Defining Your Own Version of Success: How and Why to Reject the Default

I spend a fair amount of time thinking and talking about what it means to be a leader and how to lead effectively; however, it’s important to say that not everyone is headed (or should be headed) toward leadership. Sometimes, especially in the corporate world, we forget that there are different trajectories for success, and for some people, their path doesn’t lead to, well, leading. Whether you never intended to lead or you discovered along the way that it wasn’t for you, great! Always define (and re-define) success for yourself, and know that your definition can change over time. 

Defining your success is powerful and sometimes, unpredictable. It usually requires us to quit one thing to pursue another, or to put ourselves above our jobs. For example, Simone Biles recently made the decision to pull out of the Olympics to focus on her own mental health, and guess what, that was success. It takes an enormous amount of courage to live by your own standards of success.

Reject the Default and Define Your Own

In many cultures and contexts, success tends to have a default definition. It usually involves money, materialism, achievement, commercial success, promotions, or gold medals. It’s not bad to consider or even want these things — but to only consider them can be limiting and often leads to burnout. Plus, in doing so, you might be missing but on other, more meaningful metrics of success. 

One model of success, the Kaleidoscope model, conceptualizes success by breaking it into categories: happiness (i.e., pleasure and contentment); achievement (i.e., accomplishing goals); significance (i.e., feeling like you’ve make a positive impact); and legacy (i.e., using your success to help others find success). Like all models, it’s just one way of seeing things. The truth is usually more complex and it’s definitely more personalized. 

I believe that true success (meaning that it’s true to you) is a balancing act between quantity and quality, objective and subjective, career and personal life — however you want to phrase it. As Maya Angelou said, “Success is liking who you are, liking what you do, and liking how you do it.” This implies that you need to know a bit about who you are, what you like to do, and how you like doing it.

3 Dimensions of Success

You can think of success as having many dimensions, including values, strengths, identity. So, in order to define what success means to you, it only makes sense that you spend some time thinking about these three things.

1. Clarify your values — values aren’t necessarily static, but they are pretty stable by our mid to late 20s. Even though they play a big role in our lives, we aren’t always crystal clear on what they are. Clarifying your values can help you define success. To start the process, ask yourself a few questions and interrogate your answers:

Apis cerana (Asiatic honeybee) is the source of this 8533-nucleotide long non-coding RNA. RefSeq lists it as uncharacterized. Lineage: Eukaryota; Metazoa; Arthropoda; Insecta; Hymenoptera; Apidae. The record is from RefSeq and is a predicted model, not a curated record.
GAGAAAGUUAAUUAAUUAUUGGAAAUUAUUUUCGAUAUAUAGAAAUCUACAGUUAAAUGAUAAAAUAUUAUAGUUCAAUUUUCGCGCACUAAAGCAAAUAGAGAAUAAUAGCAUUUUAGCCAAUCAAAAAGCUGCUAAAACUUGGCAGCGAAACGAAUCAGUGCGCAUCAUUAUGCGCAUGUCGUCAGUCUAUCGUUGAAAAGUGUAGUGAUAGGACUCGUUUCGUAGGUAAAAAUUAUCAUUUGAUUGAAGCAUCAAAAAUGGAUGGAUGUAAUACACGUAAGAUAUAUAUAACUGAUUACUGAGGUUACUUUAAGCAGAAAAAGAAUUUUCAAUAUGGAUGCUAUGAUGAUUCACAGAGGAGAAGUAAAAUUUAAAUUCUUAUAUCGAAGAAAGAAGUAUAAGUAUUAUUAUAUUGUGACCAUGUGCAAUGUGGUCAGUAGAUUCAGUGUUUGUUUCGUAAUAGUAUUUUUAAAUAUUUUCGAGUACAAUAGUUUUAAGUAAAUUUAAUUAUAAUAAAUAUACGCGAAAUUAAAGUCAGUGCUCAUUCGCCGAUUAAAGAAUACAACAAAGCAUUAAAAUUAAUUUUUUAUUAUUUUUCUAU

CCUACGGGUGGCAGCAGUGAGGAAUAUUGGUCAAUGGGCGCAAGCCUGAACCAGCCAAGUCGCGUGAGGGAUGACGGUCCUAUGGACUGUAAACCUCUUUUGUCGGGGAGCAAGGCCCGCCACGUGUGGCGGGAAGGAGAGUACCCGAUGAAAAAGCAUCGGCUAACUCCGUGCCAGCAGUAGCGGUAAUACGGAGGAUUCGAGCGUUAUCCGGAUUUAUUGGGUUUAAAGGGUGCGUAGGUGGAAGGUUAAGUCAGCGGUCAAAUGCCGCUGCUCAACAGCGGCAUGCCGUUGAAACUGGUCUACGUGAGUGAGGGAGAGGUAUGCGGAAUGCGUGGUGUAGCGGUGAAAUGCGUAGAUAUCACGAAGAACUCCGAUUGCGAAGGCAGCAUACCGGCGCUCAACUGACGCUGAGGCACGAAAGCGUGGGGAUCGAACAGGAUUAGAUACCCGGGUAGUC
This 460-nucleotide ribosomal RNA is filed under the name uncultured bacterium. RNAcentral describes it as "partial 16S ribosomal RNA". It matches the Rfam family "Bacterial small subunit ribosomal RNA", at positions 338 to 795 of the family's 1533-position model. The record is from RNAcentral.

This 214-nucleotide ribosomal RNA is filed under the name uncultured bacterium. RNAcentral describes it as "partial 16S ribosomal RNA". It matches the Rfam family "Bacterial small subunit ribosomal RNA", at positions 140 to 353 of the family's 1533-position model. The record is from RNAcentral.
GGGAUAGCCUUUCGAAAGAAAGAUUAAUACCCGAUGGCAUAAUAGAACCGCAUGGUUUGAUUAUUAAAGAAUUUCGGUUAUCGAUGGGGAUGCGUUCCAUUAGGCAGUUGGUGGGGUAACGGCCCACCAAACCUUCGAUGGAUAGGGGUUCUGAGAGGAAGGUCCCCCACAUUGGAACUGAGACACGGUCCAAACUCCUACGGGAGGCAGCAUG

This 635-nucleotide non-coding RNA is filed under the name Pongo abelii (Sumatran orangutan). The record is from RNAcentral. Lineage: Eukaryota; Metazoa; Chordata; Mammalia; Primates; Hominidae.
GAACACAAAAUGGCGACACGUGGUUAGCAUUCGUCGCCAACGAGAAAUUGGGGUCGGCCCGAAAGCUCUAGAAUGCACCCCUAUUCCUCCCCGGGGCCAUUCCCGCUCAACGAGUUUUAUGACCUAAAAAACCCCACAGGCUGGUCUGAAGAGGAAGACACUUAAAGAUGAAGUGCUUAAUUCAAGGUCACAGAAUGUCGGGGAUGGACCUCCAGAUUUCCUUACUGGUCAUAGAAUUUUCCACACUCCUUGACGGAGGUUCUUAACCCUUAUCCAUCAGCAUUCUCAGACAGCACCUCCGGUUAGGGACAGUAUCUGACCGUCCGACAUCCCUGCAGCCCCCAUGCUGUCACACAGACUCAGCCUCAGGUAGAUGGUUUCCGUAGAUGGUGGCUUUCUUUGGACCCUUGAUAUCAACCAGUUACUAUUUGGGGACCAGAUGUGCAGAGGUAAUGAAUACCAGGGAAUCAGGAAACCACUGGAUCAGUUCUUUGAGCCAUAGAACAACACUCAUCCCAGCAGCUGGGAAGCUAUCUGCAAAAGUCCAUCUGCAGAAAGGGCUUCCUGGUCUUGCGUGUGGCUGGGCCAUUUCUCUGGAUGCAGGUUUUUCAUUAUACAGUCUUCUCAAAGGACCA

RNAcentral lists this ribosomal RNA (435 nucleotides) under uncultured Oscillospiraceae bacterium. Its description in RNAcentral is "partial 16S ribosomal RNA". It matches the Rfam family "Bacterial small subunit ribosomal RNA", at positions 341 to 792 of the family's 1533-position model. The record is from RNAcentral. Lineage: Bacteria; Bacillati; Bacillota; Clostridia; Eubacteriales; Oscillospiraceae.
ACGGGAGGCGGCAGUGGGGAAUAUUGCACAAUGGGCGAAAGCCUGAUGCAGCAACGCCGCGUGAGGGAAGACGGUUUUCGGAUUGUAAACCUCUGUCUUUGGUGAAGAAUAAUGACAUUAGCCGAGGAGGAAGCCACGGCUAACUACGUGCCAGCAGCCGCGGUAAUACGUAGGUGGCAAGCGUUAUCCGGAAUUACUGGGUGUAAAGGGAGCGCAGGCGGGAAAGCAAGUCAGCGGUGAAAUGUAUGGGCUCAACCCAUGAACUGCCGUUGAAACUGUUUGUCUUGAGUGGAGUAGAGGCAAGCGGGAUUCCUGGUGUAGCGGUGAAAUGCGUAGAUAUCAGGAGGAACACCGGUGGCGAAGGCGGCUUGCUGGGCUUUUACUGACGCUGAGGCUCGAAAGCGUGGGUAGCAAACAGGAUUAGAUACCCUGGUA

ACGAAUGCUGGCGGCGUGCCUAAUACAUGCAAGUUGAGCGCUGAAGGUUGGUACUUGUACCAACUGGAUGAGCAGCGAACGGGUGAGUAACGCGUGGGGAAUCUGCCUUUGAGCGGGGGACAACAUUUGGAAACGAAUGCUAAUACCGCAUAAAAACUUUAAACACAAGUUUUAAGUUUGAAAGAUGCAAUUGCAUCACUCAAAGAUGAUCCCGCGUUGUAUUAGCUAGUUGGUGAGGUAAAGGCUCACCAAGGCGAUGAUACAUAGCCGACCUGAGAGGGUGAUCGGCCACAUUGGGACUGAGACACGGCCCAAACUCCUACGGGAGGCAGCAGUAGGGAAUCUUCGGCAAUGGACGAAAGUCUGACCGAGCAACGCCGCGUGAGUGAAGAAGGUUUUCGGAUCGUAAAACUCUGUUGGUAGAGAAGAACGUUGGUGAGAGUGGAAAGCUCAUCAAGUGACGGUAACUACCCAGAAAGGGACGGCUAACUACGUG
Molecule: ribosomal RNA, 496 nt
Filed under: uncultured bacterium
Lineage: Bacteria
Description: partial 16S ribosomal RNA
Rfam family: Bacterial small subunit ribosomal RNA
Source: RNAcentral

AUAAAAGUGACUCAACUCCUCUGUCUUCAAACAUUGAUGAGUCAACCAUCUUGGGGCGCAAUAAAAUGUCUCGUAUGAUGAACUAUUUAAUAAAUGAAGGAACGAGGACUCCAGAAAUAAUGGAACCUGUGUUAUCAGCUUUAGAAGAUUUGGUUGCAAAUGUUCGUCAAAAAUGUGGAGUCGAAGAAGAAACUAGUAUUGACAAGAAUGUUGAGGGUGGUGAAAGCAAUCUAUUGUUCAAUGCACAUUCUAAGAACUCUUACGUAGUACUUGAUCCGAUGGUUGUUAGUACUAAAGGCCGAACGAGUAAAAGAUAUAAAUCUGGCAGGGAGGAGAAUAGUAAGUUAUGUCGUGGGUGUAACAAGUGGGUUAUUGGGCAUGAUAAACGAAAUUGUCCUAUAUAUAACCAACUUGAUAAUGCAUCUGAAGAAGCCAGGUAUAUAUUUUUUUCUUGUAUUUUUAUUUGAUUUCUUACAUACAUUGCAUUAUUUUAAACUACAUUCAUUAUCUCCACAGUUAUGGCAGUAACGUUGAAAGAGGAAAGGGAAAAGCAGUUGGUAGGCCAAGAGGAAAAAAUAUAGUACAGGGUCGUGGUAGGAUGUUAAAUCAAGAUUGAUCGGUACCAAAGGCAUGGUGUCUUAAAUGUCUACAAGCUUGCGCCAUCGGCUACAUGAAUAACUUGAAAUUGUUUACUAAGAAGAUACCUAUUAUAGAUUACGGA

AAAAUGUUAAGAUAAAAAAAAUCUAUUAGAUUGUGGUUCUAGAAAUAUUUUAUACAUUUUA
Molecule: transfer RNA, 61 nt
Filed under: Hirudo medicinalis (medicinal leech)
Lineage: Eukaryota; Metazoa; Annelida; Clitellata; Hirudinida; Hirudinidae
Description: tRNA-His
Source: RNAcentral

1. What are you most proud of?
  2. Who are your role models?
  3. What would make your life unbearable if taken away? 
  4. Why excites you most in life

What themes emerge from your answers? What insights do those themes give you about what you value most?

2. Determine and develop your strengths — Martin Seligman and Chris Peterson, authors of Character Strengths and Virtues: A Handbook and Classificationdefine strength as being “a combination of talents (naturally recurring patterns of thought, feeling, and behavior), knowledge (facts and lessons learned), and skills (the steps of an activity).” To better recognize your strengths, ask yourself the following questions:

  1. What do you enjoy doing?
  2. What do you receive praise for?

Your strengths are often at the intersection of these two answers. But try to go beyond what might be considered a typical strength.

  1. When did you contribute meaningfully to achieve an important outcome?
  2. What do people ask for your help with?
  3. What do other people think your strengths are?

3. Think about your identity — Identity is a fusion of intrinsic factors (e.g., memory, experience, beliefs) and external variables (e.g., race, socioeconomic class, appearance, etc.). Reflect on moments of joy and shame that affirm different aspects of your identity. Consider the tension between your best and worst moments. Imagine yourself 30, 40, 50 years from now. What do you want to say that you experienced? How do you want to be remembered? What do you hope to have contributed to the world?

Success is Personal

Once you better understand your values, strengths, and identity, then enriching and enduring success is mostly a cycle and balance of choices, movements, and reevaluations. Choose a path that most satisfies the unique dimensions of your vision for success. That will lead some people down a path to leadership, management, ownership, etc. For others, the path will lead toward specialization, excelling in a specific field, functioning as a part of the whole, or going out on their own adventure.